I had no idea.

I headed downtown and finished filling out our paperwork at DFCS. We hadn't even fully become legitimate foster parents. Shannon could come in when he got back and do his part. 

They sent me to the hospital where I met his caseworker and an investigator in the lobby. I think at this point I asked his name, but I honestly can't remember. 

We walked to the nurses' station where they explained I was there to pick up the baby. They escorted me to a small, dimly lit room where I waited and talked with the investigator. 

Nurses kept coming in and telling me thank you for coming. They were worried about him and were happy to know he had somewhere to go. 

Others came in and asked if I needed bottles, diapers and formula. Yes, please. I had nothing. They loaded up a hospital diaper bag full of all the essentials to get me through the night. 

Another one brought me one form to sign. One piece of paper to walk out of the hospital with this child. That part is still unbelievable. 

I looked and there was a lone car seat with a small diaper bag sitting in it. His birth mom had brought those with her for him. The straps weren't set right for an infant. I asked if I could get the car seat ready. The investigator and I worked on it together.

Then, the door swung open and a nurse rolled in a babe wrapped in a swaddle to this small, buzzing room. There he was. Just laying there. I could barely see his smooshed face.

We continued to talk. He started to whimper. I asked if I could pick him up. 

After all, he wasn't mine. I didn't know the rules. 

They said, "Yes."

I held him and that was it. It was all over in that moment. I was attached and there was no turning back.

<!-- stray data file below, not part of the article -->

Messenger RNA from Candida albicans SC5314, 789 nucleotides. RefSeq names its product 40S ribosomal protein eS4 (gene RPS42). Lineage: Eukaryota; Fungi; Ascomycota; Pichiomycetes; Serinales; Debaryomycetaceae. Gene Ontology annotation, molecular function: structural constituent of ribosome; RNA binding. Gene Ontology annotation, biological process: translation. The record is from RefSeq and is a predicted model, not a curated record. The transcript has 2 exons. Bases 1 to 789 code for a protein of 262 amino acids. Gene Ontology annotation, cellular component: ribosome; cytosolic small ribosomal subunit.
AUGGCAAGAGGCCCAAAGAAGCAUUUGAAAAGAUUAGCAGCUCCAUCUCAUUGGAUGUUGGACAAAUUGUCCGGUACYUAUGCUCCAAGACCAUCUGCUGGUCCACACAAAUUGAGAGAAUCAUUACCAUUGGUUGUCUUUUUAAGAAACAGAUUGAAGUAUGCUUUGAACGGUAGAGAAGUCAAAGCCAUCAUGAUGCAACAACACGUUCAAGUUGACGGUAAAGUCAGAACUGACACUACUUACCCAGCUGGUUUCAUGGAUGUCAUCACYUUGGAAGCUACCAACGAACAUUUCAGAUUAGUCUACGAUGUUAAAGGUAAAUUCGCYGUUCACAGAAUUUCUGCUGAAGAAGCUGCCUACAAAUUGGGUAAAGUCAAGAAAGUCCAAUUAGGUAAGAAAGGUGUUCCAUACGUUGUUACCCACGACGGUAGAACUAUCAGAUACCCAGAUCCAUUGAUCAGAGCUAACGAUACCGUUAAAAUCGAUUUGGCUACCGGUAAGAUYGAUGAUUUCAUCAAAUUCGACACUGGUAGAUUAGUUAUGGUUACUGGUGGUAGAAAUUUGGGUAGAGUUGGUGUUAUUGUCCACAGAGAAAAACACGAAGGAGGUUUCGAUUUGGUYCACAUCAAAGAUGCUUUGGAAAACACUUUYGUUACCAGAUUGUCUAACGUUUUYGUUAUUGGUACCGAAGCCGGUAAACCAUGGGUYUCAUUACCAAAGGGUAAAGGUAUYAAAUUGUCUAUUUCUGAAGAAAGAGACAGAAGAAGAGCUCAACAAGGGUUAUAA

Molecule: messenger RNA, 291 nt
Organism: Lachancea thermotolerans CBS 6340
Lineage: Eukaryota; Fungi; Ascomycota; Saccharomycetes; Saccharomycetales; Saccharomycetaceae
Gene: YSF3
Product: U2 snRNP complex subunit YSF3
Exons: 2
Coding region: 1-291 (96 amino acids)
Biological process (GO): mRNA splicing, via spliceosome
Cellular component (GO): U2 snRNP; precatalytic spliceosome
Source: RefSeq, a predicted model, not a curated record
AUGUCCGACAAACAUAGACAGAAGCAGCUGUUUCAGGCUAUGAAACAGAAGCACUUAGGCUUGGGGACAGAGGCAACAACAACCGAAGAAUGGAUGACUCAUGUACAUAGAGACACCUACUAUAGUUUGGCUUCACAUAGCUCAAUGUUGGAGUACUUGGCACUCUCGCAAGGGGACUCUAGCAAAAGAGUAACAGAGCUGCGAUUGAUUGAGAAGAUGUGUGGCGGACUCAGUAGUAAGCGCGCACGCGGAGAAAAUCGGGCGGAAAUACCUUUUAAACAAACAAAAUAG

I put him in his car seat, grabbed my bag full of goodies and walked to the car. I strapped him in, took a deep breath and said, "Alright, Asante, let's go home." 

I called my mom. She was almost to my house. Praise God. That had been quite overwhelming and I needed a hug. 

I came home to my dining room table piled with baby clothes, diapers, and all the things you need to get started. This moment is why it's good for your friends to have keys to your house. What a surprise!

My mom and I got to work on getting the pack n' play set-up. I couldn't for the life of me remember how to do it. I looked at her and said, "I feel like I'm losing my mind." 

We quickly reflected on how I had just crammed what most people do in nine months into about five hours. I decided to give myself a little bit of grace.

We got it figured out and settled in for some snuggles with our new little guy. I remember holding him and thinking, "Wow, I'll remember every part of this day for the rest of my life."

Our friends brought the big kids home. Other friends came over to visit. He easily met about 20 people that night. 

It was beautiful. It was the body of Christ at work. It was holy.

I came across this company called Goods and Better recently. They sell merchandise that carries messages about foster care and adoption along with supplying for the needs of children in foster care with each purchase. 

They recently released a shirt that says, "Yes, I get too attached." I had to get it. 

I was too attached from the start and so were all the people that love Asa.

Too attached feels a lot like the way of love. 

Too attached feels just right.